Thursday, 28 April 2022

More of the new display

I've been wondering which figures to display on the extra shelves I added to my IKEA display cabinet, this is what I've come up with so far:

Some Polish Lancers, the officer in the centre made in France by JIM, the troopers around him made in Poland by PZG (the Polish Association of the Deaf), beautiful figures destined to remain in the cabinet and not risk the rigours of the wargame table.

The Corsican Ogre himself, made by Cyrnos, the Mamelouk standard bearer made by JIM as are the Carabinier and Hussars behind them. 

The Duke of Marlborough, mounted by Cherilea and on foot made by Tradition, the Grenadiers in the background are repainted Cavendish figures.

A hotchpotch of American Revolution figures, many converted from old Britains swoppets and Helmet kits parts by Denis Donovan and Gareth Lloyd, who have established an enviable reputation for such work.

Friday, 15 April 2022

Upcycling a display cabinet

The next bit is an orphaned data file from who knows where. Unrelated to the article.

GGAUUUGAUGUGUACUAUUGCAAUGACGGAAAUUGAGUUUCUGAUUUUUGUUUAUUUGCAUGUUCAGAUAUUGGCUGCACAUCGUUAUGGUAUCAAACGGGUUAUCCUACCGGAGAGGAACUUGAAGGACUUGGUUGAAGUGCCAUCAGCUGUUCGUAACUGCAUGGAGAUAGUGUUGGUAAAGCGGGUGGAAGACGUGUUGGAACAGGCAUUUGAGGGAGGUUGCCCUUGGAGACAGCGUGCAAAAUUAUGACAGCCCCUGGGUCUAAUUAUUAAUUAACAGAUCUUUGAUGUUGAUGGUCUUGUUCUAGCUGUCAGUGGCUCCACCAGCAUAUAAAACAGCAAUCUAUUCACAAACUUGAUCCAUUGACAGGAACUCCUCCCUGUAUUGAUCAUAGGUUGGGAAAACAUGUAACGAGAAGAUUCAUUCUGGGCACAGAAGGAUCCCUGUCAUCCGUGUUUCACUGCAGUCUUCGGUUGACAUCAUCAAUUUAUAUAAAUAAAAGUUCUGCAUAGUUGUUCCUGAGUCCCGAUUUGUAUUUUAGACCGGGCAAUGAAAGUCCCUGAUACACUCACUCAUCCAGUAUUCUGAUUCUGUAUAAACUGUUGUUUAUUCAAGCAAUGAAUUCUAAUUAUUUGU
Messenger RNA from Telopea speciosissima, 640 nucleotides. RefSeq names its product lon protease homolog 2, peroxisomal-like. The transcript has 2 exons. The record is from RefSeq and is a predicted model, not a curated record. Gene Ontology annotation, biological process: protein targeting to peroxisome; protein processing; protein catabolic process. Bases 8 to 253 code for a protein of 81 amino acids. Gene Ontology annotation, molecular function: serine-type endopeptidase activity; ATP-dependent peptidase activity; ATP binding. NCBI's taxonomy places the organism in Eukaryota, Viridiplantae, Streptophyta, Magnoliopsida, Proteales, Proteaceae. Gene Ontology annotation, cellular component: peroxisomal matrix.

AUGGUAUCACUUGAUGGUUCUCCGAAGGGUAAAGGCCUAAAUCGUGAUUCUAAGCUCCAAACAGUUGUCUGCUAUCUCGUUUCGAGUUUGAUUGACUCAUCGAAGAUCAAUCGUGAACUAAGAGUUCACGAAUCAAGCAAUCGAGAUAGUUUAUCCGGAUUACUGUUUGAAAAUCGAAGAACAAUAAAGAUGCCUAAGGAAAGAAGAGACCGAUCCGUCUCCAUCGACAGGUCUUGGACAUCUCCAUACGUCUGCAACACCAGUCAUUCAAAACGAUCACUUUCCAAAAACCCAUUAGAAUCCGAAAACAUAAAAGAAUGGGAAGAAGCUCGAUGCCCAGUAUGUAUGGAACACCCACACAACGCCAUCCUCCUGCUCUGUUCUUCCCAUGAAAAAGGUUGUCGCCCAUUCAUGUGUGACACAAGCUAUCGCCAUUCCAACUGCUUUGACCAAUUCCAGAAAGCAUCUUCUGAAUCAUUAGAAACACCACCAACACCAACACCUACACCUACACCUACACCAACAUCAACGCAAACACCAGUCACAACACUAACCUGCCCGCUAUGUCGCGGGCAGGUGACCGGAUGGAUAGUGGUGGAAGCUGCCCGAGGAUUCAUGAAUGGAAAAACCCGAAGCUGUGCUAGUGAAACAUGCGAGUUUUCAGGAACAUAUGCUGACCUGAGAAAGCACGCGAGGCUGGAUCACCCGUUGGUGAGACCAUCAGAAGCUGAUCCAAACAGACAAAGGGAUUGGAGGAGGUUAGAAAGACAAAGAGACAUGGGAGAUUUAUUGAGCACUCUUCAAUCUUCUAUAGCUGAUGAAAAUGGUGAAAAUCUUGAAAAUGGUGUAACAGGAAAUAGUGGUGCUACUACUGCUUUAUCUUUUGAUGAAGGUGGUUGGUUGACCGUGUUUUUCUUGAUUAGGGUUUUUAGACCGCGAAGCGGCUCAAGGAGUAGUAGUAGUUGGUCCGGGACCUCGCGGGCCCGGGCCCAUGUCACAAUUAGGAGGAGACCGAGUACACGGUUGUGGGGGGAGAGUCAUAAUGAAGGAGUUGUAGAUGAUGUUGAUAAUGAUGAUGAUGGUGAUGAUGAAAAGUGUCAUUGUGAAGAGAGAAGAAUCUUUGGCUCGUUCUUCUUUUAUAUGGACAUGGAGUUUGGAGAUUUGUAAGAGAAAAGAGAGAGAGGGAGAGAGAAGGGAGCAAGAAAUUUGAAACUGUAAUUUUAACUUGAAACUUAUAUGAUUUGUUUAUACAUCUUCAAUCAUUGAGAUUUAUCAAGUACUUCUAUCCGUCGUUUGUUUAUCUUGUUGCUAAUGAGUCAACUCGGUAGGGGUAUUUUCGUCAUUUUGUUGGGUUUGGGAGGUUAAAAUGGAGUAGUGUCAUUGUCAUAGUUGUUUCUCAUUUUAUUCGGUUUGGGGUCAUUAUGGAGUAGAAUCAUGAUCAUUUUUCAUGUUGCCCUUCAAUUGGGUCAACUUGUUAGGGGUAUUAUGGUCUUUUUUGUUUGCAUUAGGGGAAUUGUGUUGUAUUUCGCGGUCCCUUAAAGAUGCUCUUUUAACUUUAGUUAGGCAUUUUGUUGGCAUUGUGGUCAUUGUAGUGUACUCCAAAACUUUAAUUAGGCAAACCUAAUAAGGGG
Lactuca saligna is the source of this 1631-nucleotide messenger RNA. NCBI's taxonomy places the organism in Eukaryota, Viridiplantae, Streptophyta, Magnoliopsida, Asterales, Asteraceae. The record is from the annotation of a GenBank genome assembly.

Some years ago I picked up an IKEA display cabinet in a charity shop, and have been very pleased with it.  I got it for a reasonable price, and some time later learned that it is their DETOLF model, which is a "Best Seller" and is still available brand new for a very reasonable £65.  Here's what it looks like:

I use it to house my 7 Years War collection of wargames armies, which are quite attractive figures but the collection has now outgrown the four shelves in the unit.  It can house about 300 foot figures but as you can see the big drawback with this unit is that there's a lot of empty space and for years I've been looking for a suitable method to install additional shelves.  A few weeks ago a friend on facebook gave me the heads up on a firm in Northern Ireland who produce custom made supports and Perspex shelves for this very unit.  So I got some! 

The original shelf for two Regiments of Infantry (BMC AWI), two guns and two companies of Grenadiers (HaT and various conversions).  The new shelf supports are a bit fiddley to attach but after acouple of goes you start to get the hang of it and I managed to add a further eight shelves in the space available.

The new layout with additional shelf, for 2nd Cuirassiers, two more Regiments of Infantry and some light troops.  The figure of Old Fritz on the left is an early tin flat.

The original display of the Cuirassiers was a bit cramped.  The bronze disk in the foreground is dated 1757 and is a Campaign Medal issued for the battles of  Lissa (Leuthen) and Rossbach, I found it in a junk box of old coins 50 years ago when I was a teenager working a Saturday job in London's Portobello Road Market, it seemed appropriate to display it here.